John R. Lynch (1847-1939) was one of the first African Americans to serve in the United States Congress. Born into slavery near Vidalia, Louisiana (across the Mississippi River from Natchez), Lynch rose quickly in the world of state and national politics after the Civil War. He was a member of the Mississippi Legislature from 1869-1873, serving as speaker of the house of the representatives. In 1873, Lynch was elected to the U.S. House of Representatives, serving for two terms until 1877, and again from 1882-1883 after winning a contested election.
Lynch strongly supported the Civil Rights Bill of 1875, which would ban discrimination on public transport and facilities, and facilitate equal education in schools. He also advocated against the racially divided politics of the day and sought to help his constituents economically.
After his last term in Congress, Lynch stayed active in politics, running unsucessfully for the House seat three times and serving on the Republican National Committee. He opened a law practice in Washington, D.C. in 1897 and served in the U.S. Army until 1911. Lynch published several articles and a book, The Facts of Reconstruction, that defended Reconstruction policies in the South. He died while editing his autobiography, Reminiscences of an Active Life, which was published in 1970. Copies of both books are in the MDAH Collection at the Winter Building.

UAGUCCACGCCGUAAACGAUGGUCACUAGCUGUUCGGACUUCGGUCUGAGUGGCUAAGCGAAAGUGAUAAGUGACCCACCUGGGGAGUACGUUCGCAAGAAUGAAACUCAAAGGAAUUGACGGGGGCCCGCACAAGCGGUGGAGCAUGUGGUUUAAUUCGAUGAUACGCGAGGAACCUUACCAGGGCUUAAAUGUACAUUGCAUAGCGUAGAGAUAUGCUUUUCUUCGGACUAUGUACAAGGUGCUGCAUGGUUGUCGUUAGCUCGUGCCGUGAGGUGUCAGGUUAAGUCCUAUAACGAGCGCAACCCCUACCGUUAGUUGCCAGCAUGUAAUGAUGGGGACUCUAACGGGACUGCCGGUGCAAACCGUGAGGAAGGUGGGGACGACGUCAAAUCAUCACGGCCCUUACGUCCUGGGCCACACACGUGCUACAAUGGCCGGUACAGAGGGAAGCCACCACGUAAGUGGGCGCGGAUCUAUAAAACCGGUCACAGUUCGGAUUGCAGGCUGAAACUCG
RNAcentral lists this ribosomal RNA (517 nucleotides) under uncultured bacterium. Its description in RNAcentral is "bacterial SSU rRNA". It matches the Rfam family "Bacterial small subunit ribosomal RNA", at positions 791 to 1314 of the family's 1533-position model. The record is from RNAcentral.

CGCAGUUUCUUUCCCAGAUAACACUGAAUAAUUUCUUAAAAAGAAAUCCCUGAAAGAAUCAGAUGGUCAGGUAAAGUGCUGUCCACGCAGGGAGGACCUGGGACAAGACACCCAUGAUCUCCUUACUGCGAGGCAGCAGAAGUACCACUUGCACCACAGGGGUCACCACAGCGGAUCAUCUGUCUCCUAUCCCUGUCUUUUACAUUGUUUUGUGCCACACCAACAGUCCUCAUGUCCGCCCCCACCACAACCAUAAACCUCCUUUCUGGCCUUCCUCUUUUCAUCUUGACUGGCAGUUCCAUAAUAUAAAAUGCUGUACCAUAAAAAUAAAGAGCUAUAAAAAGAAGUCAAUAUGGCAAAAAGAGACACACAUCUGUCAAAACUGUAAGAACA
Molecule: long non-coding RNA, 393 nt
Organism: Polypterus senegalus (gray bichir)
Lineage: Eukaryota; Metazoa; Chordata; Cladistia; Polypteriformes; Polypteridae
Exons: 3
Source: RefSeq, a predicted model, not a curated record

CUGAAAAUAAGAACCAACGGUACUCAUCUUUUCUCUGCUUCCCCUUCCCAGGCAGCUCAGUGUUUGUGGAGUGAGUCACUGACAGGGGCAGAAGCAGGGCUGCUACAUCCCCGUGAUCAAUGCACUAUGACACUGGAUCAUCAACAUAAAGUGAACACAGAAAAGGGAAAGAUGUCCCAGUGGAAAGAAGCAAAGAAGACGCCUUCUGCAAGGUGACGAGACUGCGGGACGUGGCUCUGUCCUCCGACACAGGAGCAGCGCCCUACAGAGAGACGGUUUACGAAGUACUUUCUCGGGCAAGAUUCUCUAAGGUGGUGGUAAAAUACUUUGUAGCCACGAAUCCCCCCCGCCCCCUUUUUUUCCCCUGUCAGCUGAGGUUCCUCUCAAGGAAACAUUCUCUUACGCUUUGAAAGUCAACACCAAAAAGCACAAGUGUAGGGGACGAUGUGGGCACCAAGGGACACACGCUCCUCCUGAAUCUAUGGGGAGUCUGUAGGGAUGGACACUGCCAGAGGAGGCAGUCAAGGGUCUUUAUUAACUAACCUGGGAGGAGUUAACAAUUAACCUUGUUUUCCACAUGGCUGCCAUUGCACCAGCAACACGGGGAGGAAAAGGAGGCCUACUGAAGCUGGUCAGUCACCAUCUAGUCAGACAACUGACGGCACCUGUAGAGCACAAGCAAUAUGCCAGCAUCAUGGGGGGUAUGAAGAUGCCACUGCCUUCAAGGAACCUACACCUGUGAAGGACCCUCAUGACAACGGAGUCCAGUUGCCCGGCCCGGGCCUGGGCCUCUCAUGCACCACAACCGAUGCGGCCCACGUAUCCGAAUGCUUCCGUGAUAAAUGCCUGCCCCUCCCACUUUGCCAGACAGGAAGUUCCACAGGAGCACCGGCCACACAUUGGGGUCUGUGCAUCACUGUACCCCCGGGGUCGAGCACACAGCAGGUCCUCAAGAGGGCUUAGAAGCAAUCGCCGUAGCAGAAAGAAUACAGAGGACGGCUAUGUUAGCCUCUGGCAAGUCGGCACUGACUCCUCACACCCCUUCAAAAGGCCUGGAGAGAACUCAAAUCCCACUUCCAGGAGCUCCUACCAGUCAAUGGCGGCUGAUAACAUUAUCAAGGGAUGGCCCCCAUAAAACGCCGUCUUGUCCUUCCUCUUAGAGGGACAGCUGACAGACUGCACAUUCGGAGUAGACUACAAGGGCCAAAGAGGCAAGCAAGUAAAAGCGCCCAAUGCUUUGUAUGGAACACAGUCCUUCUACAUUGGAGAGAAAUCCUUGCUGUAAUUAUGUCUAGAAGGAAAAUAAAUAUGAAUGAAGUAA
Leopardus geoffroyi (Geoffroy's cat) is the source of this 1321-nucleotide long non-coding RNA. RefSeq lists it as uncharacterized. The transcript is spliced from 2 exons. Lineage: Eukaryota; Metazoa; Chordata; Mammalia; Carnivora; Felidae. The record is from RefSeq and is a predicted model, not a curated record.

The portrait photograph above is from 1870.
Sources: Westley F. Busbee, Jr., Mississippi: A History (Wheeling, Illinois: Harlan Davidson, Inc., 2005), 154.
Office of History and Preservation, Office of the Clerk (U.S. House of Representatives), “John Roy Lynch” in Black Americans in Congress, 1870-2007 (Washington, D.C.: U.S. Government Printing Office, 2008) http://baic.house.gov/member-profiles/profile.html?intID=8 (accessed August 18, 2010).